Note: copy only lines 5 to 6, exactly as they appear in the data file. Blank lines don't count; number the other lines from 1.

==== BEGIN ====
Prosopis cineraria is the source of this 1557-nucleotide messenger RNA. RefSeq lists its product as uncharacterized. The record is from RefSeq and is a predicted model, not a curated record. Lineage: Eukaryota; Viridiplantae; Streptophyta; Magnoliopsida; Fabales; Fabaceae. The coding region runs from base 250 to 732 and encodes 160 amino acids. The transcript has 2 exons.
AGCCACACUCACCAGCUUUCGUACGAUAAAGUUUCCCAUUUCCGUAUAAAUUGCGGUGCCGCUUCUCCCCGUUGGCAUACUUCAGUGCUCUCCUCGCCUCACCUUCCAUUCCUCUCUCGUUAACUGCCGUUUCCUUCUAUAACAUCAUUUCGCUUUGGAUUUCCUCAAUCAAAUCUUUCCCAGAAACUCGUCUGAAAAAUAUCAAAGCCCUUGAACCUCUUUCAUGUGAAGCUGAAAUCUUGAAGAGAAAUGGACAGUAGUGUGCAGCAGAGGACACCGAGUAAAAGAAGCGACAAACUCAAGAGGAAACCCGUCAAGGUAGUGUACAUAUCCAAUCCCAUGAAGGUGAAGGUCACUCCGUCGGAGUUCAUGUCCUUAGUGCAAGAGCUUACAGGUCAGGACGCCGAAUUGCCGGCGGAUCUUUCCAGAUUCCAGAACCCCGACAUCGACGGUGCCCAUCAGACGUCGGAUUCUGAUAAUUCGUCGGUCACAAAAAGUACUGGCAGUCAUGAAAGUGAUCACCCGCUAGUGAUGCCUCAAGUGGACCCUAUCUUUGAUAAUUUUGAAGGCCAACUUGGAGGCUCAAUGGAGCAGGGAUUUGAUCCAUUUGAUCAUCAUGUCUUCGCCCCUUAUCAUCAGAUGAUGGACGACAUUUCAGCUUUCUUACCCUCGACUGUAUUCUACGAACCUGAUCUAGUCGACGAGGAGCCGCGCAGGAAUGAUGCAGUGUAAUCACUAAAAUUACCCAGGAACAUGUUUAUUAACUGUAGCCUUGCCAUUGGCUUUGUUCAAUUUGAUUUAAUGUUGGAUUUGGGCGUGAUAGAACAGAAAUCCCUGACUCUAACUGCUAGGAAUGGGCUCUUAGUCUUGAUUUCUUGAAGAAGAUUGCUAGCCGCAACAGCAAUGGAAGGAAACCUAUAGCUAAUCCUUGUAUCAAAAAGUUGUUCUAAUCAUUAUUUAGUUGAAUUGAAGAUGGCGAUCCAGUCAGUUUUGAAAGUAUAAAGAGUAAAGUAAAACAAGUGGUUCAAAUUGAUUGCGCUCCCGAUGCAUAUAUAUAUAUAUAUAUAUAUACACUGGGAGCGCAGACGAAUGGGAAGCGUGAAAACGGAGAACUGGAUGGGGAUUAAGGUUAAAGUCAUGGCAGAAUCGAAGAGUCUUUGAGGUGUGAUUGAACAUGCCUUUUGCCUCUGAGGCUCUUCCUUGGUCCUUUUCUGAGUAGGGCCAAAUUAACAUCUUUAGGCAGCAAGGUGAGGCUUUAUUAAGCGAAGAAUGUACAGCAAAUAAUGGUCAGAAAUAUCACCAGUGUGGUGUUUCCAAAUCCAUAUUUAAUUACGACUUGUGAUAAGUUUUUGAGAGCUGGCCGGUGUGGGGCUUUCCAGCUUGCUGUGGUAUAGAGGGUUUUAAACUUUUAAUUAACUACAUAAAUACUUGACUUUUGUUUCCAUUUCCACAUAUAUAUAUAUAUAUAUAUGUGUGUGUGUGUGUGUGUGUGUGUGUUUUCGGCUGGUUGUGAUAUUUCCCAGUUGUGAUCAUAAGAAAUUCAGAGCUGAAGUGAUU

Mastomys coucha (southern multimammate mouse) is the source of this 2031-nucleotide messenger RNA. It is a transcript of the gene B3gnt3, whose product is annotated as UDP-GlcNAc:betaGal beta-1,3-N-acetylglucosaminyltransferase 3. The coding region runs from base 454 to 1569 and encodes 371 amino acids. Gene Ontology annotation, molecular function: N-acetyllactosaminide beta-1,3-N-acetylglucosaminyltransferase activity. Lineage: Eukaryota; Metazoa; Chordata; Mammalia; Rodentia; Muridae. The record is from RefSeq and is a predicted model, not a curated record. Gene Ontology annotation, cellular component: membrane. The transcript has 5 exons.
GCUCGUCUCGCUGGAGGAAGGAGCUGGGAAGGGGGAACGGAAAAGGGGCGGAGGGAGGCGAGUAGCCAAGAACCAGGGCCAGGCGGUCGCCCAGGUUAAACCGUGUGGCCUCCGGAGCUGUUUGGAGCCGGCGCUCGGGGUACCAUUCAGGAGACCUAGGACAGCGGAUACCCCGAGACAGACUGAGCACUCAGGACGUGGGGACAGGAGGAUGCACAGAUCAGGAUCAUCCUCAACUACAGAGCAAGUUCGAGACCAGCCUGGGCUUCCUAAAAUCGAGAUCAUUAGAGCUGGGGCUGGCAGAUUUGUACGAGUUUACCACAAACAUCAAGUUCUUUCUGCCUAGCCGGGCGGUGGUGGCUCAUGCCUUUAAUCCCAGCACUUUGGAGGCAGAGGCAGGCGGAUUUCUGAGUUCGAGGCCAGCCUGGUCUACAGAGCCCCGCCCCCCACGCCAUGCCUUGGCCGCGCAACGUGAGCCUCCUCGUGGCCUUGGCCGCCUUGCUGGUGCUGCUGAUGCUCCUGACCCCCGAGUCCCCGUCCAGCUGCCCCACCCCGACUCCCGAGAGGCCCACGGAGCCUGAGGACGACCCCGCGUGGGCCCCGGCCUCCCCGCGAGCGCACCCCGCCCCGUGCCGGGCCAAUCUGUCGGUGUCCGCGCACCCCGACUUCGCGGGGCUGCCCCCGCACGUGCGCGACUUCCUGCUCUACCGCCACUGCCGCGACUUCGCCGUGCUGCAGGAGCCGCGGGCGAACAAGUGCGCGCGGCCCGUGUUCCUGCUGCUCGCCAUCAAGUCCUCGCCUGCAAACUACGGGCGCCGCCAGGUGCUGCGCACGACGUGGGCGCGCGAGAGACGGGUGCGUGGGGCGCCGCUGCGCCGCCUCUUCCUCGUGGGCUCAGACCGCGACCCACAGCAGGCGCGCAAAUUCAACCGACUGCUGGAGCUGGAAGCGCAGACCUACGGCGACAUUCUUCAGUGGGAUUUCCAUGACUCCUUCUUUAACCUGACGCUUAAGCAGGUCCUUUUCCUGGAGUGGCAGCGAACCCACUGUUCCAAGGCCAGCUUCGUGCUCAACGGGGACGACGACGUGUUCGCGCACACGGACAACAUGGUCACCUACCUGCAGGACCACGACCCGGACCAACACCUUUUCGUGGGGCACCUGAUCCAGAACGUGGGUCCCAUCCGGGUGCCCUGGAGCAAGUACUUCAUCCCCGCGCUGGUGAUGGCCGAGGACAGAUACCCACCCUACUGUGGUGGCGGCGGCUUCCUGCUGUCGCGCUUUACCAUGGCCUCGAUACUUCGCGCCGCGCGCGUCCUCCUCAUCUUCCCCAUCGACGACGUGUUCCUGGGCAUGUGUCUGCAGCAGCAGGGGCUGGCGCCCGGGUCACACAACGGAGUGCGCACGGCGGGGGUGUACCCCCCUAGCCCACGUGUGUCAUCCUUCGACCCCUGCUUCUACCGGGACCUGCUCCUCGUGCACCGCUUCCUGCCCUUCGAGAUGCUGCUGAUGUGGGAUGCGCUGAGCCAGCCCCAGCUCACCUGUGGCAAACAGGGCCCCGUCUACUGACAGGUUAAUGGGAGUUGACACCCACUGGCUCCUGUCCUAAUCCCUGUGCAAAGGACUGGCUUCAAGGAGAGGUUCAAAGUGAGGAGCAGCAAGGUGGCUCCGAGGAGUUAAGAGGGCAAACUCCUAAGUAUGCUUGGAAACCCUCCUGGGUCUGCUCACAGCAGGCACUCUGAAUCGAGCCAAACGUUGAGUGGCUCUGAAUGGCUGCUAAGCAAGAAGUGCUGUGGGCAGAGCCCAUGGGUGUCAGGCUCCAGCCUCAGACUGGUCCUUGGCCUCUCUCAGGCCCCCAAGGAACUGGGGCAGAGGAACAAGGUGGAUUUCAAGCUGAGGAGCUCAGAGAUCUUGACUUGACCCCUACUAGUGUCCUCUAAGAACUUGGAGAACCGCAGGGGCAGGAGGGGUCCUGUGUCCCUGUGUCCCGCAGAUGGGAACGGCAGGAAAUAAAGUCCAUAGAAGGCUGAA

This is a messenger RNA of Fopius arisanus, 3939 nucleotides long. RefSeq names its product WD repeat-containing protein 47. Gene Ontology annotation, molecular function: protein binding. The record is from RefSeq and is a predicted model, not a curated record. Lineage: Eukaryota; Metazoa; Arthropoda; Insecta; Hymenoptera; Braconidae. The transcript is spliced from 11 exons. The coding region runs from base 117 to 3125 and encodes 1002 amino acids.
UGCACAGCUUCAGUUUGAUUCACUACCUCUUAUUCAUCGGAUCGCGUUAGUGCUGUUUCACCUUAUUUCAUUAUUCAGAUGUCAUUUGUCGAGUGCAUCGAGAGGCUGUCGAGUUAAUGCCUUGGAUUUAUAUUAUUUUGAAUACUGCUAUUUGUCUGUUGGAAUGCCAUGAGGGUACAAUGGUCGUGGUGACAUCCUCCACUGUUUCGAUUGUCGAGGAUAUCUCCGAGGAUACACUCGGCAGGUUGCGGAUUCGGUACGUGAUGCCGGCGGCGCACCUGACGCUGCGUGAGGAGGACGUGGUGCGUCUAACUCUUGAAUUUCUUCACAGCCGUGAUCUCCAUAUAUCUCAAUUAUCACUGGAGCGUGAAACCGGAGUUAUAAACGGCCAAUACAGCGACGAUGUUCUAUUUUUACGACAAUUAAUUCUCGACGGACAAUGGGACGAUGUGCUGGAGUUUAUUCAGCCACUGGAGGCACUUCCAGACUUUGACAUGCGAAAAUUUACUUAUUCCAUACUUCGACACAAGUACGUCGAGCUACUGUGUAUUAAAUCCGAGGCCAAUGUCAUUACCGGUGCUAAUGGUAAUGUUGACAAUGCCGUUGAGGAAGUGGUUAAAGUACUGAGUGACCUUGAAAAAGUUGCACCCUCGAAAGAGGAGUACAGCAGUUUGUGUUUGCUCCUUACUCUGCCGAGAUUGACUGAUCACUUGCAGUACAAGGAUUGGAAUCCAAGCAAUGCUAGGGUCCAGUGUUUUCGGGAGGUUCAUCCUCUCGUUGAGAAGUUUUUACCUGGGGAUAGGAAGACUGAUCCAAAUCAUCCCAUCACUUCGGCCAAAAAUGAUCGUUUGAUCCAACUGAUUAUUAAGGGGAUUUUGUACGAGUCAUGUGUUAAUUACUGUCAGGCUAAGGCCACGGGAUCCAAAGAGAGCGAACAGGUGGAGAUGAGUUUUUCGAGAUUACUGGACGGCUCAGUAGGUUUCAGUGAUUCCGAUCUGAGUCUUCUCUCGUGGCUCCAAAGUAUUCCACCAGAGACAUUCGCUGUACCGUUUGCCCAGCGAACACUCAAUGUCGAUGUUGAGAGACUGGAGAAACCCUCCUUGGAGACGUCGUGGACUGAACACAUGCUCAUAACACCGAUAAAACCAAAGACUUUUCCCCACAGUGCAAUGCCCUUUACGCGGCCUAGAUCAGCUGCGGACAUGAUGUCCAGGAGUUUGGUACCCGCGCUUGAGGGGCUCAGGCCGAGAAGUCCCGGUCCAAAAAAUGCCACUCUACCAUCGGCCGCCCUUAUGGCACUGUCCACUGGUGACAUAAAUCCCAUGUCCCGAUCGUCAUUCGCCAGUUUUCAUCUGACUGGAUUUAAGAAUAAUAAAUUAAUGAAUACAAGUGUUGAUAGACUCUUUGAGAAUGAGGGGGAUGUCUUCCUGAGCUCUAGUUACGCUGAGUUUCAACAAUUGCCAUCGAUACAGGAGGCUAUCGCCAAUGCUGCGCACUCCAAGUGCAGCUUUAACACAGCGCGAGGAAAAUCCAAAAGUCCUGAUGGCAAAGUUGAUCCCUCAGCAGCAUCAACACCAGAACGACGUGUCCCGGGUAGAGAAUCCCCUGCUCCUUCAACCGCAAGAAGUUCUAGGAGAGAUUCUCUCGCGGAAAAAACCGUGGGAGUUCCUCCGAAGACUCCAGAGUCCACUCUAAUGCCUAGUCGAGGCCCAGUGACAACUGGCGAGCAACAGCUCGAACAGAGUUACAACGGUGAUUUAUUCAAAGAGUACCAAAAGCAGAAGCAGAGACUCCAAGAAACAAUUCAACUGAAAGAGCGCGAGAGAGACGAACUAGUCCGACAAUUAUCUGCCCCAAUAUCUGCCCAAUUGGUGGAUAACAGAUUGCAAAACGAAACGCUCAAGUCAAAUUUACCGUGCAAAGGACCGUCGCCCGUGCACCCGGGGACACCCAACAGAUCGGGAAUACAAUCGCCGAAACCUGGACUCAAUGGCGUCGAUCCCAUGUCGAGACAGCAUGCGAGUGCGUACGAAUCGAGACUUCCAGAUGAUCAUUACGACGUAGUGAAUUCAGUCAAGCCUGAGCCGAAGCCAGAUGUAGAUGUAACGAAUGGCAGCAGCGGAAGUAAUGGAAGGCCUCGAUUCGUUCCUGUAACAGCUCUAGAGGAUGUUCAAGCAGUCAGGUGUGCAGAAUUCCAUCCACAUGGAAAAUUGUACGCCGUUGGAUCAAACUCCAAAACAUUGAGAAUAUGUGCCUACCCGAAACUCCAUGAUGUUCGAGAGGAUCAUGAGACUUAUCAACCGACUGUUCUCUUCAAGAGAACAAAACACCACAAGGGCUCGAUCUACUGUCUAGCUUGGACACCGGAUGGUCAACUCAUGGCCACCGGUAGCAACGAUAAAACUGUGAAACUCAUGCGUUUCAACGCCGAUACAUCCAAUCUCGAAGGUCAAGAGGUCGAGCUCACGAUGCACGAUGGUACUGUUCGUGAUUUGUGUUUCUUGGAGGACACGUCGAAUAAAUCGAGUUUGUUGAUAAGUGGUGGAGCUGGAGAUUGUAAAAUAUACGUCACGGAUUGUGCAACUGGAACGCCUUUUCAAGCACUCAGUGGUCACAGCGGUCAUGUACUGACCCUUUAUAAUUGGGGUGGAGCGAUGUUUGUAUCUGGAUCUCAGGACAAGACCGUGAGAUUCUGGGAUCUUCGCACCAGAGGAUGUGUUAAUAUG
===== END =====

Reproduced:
This is a messenger RNA of Fopius arisanus, 3939 nucleotides long. RefSeq names its product WD repeat-containing protein 47. Gene Ontology annotation, molecular function: protein binding. The record is from RefSeq and is a predicted model, not a curated record. Lineage: Eukaryota; Metazoa; Arthropoda; Insecta; Hymenoptera; Braconidae. The transcript is spliced from 11 exons. The coding region runs from base 117 to 3125 and encodes 1002 amino acids.
UGCACAGCUUCAGUUUGAUUCACUACCUCUUAUUCAUCGGAUCGCGUUAGUGCUGUUUCACCUUAUUUCAUUAUUCAGAUGUCAUUUGUCGAGUGCAUCGAGAGGCUGUCGAGUUAAUGCCUUGGAUUUAUAUUAUUUUGAAUACUGCUAUUUGUCUGUUGGAAUGCCAUGAGGGUACAAUGGUCGUGGUGACAUCCUCCACUGUUUCGAUUGUCGAGGAUAUCUCCGAGGAUACACUCGGCAGGUUGCGGAUUCGGUACGUGAUGCCGGCGGCGCACCUGACGCUGCGUGAGGAGGACGUGGUGCGUCUAACUCUUGAAUUUCUUCACAGCCGUGAUCUCCAUAUAUCUCAAUUAUCACUGGAGCGUGAAACCGGAGUUAUAAACGGCCAAUACAGCGACGAUGUUCUAUUUUUACGACAAUUAAUUCUCGACGGACAAUGGGACGAUGUGCUGGAGUUUAUUCAGCCACUGGAGGCACUUCCAGACUUUGACAUGCGAAAAUUUACUUAUUCCAUACUUCGACACAAGUACGUCGAGCUACUGUGUAUUAAAUCCGAGGCCAAUGUCAUUACCGGUGCUAAUGGUAAUGUUGACAAUGCCGUUGAGGAAGUGGUUAAAGUACUGAGUGACCUUGAAAAAGUUGCACCCUCGAAAGAGGAGUACAGCAGUUUGUGUUUGCUCCUUACUCUGCCGAGAUUGACUGAUCACUUGCAGUACAAGGAUUGGAAUCCAAGCAAUGCUAGGGUCCAGUGUUUUCGGGAGGUUCAUCCUCUCGUUGAGAAGUUUUUACCUGGGGAUAGGAAGACUGAUCCAAAUCAUCCCAUCACUUCGGCCAAAAAUGAUCGUUUGAUCCAACUGAUUAUUAAGGGGAUUUUGUACGAGUCAUGUGUUAAUUACUGUCAGGCUAAGGCCACGGGAUCCAAAGAGAGCGAACAGGUGGAGAUGAGUUUUUCGAGAUUACUGGACGGCUCAGUAGGUUUCAGUGAUUCCGAUCUGAGUCUUCUCUCGUGGCUCCAAAGUAUUCCACCAGAGACAUUCGCUGUACCGUUUGCCCAGCGAACACUCAAUGUCGAUGUUGAGAGACUGGAGAAACCCUCCUUGGAGACGUCGUGGACUGAACACAUGCUCAUAACACCGAUAAAACCAAAGACUUUUCCCCACAGUGCAAUGCCCUUUACGCGGCCUAGAUCAGCUGCGGACAUGAUGUCCAGGAGUUUGGUACCCGCGCUUGAGGGGCUCAGGCCGAGAAGUCCCGGUCCAAAAAAUGCCACUCUACCAUCGGCCGCCCUUAUGGCACUGUCCACUGGUGACAUAAAUCCCAUGUCCCGAUCGUCAUUCGCCAGUUUUCAUCUGACUGGAUUUAAGAAUAAUAAAUUAAUGAAUACAAGUGUUGAUAGACUCUUUGAGAAUGAGGGGGAUGUCUUCCUGAGCUCUAGUUACGCUGAGUUUCAACAAUUGCCAUCGAUACAGGAGGCUAUCGCCAAUGCUGCGCACUCCAAGUGCAGCUUUAACACAGCGCGAGGAAAAUCCAAAAGUCCUGAUGGCAAAGUUGAUCCCUCAGCAGCAUCAACACCAGAACGACGUGUCCCGGGUAGAGAAUCCCCUGCUCCUUCAACCGCAAGAAGUUCUAGGAGAGAUUCUCUCGCGGAAAAAACCGUGGGAGUUCCUCCGAAGACUCCAGAGUCCACUCUAAUGCCUAGUCGAGGCCCAGUGACAACUGGCGAGCAACAGCUCGAACAGAGUUACAACGGUGAUUUAUUCAAAGAGUACCAAAAGCAGAAGCAGAGACUCCAAGAAACAAUUCAACUGAAAGAGCGCGAGAGAGACGAACUAGUCCGACAAUUAUCUGCCCCAAUAUCUGCCCAAUUGGUGGAUAACAGAUUGCAAAACGAAACGCUCAAGUCAAAUUUACCGUGCAAAGGACCGUCGCCCGUGCACCCGGGGACACCCAACAGAUCGGGAAUACAAUCGCCGAAACCUGGACUCAAUGGCGUCGAUCCCAUGUCGAGACAGCAUGCGAGUGCGUACGAAUCGAGACUUCCAGAUGAUCAUUACGACGUAGUGAAUUCAGUCAAGCCUGAGCCGAAGCCAGAUGUAGAUGUAACGAAUGGCAGCAGCGGAAGUAAUGGAAGGCCUCGAUUCGUUCCUGUAACAGCUCUAGAGGAUGUUCAAGCAGUCAGGUGUGCAGAAUUCCAUCCACAUGGAAAAUUGUACGCCGUUGGAUCAAACUCCAAAACAUUGAGAAUAUGUGCCUACCCGAAACUCCAUGAUGUUCGAGAGGAUCAUGAGACUUAUCAACCGACUGUUCUCUUCAAGAGAACAAAACACCACAAGGGCUCGAUCUACUGUCUAGCUUGGACACCGGAUGGUCAACUCAUGGCCACCGGUAGCAACGAUAAAACUGUGAAACUCAUGCGUUUCAACGCCGAUACAUCCAAUCUCGAAGGUCAAGAGGUCGAGCUCACGAUGCACGAUGGUACUGUUCGUGAUUUGUGUUUCUUGGAGGACACGUCGAAUAAAUCGAGUUUGUUGAUAAGUGGUGGAGCUGGAGAUUGUAAAAUAUACGUCACGGAUUGUGCAACUGGAACGCCUUUUCAAGCACUCAGUGGUCACAGCGGUCAUGUACUGACCCUUUAUAAUUGGGGUGGAGCGAUGUUUGUAUCUGGAUCUCAGGACAAGACCGUGAGAUUCUGGGAUCUUCGCACCAGAGGAUGUGUUAAUAUG